The war in Ukraine puts before us one crucial question: Does the transatlantic free world still want to occupy a position of leadership? Do we still believe in the universality of values such as freedom and the right of national self-determination? Do we have determination to defend them? If not, we have already lost our future.

Gerrymander U.S.A.
In Texas’ new political map, the 13th Congressional District stretches about 450 miles from Denton, a fast-growing, multiracial city near Dallas, to sparsely populated rural towns along the western border of the state’s panhandle.

Uber leveraged violent attacks against its drivers to pressure politicians
In push for global expansion, company officials saw clashes with taxi cab workers as a way to win public sympathy, a trove of new documents shows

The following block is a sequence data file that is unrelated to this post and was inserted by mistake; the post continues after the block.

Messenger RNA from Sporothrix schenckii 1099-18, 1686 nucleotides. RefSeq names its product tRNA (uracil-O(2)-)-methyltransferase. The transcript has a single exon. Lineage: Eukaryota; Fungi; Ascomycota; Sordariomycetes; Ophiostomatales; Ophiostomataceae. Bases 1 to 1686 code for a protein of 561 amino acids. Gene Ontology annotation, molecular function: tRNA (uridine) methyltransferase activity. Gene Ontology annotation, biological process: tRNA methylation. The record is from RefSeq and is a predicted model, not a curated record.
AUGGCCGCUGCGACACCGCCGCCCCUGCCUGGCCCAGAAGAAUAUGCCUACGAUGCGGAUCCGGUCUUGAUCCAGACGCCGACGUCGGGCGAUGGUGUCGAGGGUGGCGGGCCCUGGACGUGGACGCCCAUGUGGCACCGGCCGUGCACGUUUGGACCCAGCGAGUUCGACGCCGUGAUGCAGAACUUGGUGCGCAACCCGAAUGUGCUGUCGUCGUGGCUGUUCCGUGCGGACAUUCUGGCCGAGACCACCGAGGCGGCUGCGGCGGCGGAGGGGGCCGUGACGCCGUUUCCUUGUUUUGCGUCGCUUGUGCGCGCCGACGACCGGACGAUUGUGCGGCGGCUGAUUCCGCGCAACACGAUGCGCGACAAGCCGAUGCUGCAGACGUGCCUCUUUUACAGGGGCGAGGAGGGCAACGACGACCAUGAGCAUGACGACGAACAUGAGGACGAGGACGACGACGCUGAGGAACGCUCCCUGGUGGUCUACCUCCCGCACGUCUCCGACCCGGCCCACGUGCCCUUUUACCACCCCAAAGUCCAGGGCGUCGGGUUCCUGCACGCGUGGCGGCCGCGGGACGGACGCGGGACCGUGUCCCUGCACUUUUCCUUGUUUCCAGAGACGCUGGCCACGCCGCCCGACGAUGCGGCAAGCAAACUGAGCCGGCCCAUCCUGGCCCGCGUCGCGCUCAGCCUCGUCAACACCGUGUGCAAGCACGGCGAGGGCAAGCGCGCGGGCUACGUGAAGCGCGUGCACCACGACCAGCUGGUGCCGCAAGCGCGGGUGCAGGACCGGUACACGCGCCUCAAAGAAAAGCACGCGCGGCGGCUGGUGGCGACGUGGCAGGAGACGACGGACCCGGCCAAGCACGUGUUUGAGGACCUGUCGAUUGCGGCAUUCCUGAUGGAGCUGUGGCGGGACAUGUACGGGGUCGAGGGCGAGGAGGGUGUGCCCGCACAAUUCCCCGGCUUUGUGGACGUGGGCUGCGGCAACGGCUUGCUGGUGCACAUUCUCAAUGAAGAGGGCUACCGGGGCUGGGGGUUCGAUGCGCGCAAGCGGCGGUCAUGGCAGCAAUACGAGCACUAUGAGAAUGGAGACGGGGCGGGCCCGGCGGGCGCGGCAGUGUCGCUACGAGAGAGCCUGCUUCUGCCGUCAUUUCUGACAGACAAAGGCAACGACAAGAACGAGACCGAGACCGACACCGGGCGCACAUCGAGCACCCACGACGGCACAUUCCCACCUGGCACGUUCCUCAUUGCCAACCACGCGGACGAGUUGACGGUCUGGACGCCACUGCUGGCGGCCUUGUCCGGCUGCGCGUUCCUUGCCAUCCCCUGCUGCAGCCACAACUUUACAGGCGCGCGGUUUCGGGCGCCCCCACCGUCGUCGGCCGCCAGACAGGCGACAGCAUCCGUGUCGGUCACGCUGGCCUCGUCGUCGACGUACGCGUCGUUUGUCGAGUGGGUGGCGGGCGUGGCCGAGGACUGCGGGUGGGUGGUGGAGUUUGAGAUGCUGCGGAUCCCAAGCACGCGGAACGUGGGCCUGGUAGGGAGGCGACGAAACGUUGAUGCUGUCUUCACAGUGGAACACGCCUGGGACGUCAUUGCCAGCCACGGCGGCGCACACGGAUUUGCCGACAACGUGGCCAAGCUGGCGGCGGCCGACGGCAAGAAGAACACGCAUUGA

Presidential protection or abduction? Secret Service wrong for all the right reasons on Jan. 6
Cassidy Hutchinson testified that she was told that Trump became physical with his Secret Service security team, trying to force them to drive him to Capitol Hill as the riot unfolded. …the Secret Service effectively made the President of the United States a captive and refused his repeated, direct orders on where to take him.

The Rise and Fall of Toronto’s Classiest Con Man
James Regan swindled his way through the city’s monied classes. The problem was, he seemed to believe his own lies
Six degrees of separation
He recently moved on to Montreal and presented himself at the law offices of one of my neighbours.